Dinanath Batra is clearly the man of the moment following the recent controversy over publisher Penguin's decision to no longer publish and sell Wendy Doniger's book The Hindus: An alternative history.
The agreement was signed after Batra filed a complaint petition against the book alleging that it was written with an intention to distort Hinduism and that it was filled with factual errors. Batra has also appeared on television shows such as NDTV's Social Network where he discussed what he found so offensive in the book.
He said that the author's intent, content and language were offensive.
"The writer clearly says her intention is to bring out the issue of sex in Hinduism. She clearly says I only want to write about sex in Hinduism," Batra said on the show.
When asked whether demanding the book be removed was an extreme step and wrong in terms of freedom of speech, Batra defended himself saying, "Freedom of speech is fine but we can't allow all sorts of books to be published in India."
According to a Mint profile, Doniger is not the first target for 84-year-old Batra.
Batra and his Shiksha Bachao Andolan Samiti are already responsible for protesting against the inclusion of AK Ramanujam's essay 300 Ramanyanas from the Delhi University syllabus. He's also sent legal notices to N Ram over articles published in Frontline magazine dealing with terror attacks involving Hindu suspects. And he has no plans of stopping with his agenda of 'cleaning education.'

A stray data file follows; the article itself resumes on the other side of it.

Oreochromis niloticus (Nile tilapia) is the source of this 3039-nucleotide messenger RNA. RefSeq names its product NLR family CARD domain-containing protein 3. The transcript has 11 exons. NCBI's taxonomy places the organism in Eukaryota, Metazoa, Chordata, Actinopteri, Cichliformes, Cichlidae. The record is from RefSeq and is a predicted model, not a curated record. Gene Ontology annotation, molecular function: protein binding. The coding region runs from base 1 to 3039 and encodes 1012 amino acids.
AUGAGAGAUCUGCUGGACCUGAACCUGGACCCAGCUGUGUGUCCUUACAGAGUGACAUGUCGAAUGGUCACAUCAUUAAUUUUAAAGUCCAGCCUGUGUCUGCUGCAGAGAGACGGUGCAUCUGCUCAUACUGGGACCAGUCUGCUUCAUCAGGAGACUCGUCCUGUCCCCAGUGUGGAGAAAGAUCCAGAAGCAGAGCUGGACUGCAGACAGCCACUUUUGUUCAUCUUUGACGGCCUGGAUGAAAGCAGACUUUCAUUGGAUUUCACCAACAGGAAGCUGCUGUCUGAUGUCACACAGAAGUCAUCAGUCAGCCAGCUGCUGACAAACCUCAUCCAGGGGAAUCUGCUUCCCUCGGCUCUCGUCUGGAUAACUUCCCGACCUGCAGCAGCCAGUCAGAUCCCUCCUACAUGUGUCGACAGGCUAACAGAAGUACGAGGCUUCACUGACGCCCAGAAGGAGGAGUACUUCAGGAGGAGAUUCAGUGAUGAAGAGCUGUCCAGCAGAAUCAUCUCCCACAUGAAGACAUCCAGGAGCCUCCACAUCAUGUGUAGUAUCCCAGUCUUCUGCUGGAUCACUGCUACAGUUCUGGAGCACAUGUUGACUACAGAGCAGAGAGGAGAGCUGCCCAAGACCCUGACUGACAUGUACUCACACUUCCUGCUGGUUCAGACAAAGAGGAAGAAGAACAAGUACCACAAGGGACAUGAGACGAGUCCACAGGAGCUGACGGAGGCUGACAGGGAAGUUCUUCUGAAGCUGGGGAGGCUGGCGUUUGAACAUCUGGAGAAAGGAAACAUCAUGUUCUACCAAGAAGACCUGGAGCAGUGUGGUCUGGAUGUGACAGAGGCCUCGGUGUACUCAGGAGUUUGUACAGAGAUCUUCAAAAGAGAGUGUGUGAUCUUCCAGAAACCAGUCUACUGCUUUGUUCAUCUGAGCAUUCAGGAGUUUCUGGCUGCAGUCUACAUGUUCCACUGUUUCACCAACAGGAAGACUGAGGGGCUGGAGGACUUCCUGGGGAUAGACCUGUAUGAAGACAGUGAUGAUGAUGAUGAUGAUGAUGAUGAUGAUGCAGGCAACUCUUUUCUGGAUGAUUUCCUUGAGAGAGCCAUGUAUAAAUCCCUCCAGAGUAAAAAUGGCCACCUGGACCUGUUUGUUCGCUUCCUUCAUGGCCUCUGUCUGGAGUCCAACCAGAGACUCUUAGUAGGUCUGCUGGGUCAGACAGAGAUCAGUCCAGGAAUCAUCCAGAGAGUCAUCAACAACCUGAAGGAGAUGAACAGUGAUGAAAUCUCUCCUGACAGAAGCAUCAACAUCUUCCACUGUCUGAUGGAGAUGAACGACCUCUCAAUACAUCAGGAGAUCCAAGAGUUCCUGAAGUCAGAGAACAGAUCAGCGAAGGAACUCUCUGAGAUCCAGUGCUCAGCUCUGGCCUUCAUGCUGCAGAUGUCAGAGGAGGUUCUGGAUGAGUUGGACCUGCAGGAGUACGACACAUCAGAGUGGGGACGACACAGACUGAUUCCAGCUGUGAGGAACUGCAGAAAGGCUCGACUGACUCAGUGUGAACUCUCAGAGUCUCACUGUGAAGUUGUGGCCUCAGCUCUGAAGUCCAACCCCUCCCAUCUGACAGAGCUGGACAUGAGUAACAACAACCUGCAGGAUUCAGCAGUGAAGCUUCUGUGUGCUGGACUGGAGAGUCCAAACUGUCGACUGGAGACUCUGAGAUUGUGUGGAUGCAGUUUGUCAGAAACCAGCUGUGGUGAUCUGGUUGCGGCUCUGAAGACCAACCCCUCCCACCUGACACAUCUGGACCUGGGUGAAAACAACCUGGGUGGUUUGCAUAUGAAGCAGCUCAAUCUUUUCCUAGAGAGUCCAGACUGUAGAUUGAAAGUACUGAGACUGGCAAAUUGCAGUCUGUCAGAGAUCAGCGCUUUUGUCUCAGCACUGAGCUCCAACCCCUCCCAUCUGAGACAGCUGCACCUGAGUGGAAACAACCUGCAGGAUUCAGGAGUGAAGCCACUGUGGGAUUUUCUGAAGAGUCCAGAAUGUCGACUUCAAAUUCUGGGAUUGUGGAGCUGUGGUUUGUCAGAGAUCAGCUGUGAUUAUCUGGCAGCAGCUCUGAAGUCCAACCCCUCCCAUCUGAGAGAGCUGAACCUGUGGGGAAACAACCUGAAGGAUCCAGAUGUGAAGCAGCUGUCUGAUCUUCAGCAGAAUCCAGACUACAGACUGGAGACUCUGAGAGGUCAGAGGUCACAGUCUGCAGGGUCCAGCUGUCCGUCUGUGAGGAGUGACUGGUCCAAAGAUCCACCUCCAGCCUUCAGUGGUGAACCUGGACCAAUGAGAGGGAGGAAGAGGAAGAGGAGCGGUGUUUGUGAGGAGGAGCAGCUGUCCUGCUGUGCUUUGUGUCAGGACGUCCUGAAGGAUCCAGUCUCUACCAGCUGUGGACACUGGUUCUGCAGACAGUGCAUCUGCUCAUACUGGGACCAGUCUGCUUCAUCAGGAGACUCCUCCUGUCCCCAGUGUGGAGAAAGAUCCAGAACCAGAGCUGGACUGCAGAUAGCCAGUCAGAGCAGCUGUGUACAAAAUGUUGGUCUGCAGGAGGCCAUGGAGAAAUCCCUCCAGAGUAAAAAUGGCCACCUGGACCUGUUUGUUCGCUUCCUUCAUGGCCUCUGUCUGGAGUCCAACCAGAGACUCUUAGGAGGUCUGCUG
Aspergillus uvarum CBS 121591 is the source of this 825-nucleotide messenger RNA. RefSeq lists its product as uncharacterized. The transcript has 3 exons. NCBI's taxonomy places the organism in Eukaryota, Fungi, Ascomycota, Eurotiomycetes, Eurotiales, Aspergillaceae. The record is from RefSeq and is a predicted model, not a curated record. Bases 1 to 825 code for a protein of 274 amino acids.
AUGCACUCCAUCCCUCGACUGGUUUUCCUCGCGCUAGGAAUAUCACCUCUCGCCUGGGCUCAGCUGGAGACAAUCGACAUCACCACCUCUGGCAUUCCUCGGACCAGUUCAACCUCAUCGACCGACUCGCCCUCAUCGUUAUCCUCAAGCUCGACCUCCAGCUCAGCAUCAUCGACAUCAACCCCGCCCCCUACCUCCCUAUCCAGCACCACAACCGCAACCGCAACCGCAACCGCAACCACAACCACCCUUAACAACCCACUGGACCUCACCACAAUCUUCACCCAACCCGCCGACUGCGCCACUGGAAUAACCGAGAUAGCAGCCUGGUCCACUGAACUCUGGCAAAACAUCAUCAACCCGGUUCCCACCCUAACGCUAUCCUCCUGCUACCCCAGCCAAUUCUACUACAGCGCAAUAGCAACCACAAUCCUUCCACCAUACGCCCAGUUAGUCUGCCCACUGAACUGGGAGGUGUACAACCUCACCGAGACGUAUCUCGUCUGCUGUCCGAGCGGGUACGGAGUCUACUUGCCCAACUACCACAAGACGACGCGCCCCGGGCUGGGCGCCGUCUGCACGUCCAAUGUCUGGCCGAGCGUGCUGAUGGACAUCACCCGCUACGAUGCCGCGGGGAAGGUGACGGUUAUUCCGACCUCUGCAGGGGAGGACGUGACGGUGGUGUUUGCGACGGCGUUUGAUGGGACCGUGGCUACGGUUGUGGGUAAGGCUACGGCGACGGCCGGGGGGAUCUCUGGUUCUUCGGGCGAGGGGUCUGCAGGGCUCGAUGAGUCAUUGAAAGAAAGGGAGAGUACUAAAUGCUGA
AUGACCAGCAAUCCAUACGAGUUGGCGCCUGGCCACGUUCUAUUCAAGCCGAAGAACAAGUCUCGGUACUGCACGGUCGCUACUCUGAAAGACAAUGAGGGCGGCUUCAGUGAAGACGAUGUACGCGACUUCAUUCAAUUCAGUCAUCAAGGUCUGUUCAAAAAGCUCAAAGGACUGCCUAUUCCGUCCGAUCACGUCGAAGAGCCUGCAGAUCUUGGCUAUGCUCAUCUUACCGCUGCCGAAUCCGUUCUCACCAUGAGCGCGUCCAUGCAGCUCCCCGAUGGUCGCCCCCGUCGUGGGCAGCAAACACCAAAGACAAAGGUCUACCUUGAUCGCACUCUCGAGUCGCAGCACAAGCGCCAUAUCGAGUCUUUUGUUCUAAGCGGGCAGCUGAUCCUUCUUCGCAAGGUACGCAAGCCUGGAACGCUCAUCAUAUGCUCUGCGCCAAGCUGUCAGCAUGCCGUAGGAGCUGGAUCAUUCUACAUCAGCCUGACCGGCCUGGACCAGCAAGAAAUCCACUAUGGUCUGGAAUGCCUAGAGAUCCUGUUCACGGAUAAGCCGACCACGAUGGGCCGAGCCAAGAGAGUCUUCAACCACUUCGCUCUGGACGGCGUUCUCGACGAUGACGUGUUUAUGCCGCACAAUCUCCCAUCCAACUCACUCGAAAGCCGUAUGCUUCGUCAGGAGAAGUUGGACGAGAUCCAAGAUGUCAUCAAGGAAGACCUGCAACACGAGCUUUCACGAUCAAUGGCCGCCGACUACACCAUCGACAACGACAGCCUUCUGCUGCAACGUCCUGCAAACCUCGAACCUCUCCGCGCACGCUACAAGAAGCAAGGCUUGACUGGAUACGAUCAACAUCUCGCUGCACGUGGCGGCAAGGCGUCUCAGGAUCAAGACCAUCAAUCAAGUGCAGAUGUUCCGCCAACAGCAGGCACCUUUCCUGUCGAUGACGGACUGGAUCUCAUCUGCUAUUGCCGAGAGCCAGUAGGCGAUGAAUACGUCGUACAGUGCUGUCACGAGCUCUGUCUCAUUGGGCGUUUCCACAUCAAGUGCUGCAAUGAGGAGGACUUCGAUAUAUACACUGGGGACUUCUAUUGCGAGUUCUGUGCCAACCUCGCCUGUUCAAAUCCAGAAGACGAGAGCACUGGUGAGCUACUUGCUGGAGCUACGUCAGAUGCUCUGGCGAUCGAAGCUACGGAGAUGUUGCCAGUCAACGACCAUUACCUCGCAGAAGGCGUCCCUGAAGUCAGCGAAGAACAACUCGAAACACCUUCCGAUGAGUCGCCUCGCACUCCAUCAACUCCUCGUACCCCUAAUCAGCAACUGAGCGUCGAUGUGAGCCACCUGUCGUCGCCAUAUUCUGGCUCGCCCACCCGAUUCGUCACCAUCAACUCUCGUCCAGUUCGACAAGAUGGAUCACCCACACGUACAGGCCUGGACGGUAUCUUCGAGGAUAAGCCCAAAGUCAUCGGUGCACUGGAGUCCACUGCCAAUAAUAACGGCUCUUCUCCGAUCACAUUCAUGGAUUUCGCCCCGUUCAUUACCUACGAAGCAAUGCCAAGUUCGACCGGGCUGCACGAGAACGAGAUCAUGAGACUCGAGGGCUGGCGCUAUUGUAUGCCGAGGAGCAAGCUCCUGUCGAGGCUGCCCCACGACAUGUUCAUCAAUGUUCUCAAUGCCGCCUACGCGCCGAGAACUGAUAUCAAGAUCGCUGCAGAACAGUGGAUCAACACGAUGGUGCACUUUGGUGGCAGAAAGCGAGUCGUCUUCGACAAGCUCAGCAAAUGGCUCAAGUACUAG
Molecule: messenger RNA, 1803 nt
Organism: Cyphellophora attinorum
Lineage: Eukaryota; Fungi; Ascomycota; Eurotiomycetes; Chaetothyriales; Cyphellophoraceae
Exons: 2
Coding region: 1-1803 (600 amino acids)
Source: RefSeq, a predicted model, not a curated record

The profile states:
"Batra wants to go further, to create a national non-governmental commission to examine and approve syllabi. He has already begun holding monthly meetings with proposed committee members."
And what does Batra want?
A national syllabus shaped according to his world view. “We want a total change in the system”, he is quoted as saying, “we want ‘Indianness’ in the field of education”.
Batra also plans to go after another book titled On Hinduism by Doniger as well.
Doniger's book looks at Hinduism and ancient Hindu text using psychoanalysis. The author has expressed her disappointment at the decision of her publisher and blamed India's penal system for it.
She wrote in a statement, "I was, of course, angry and disappointed to see this happen, and I am deeply troubled by what it foretells for free speech in India in the present, and steadily worsening, political climate...the true villain of this piece — the Indian law that makes it a criminal rather than civil offense to publish a book that offends any Hindu, a law that jeopardizes the physical safety of any publisher, no matter how ludicrous the accusation brought against a book.
Penguin has chosen to remain silent on the controversy for now.
Updated Date: Feb 12, 2014 16:19:26 IST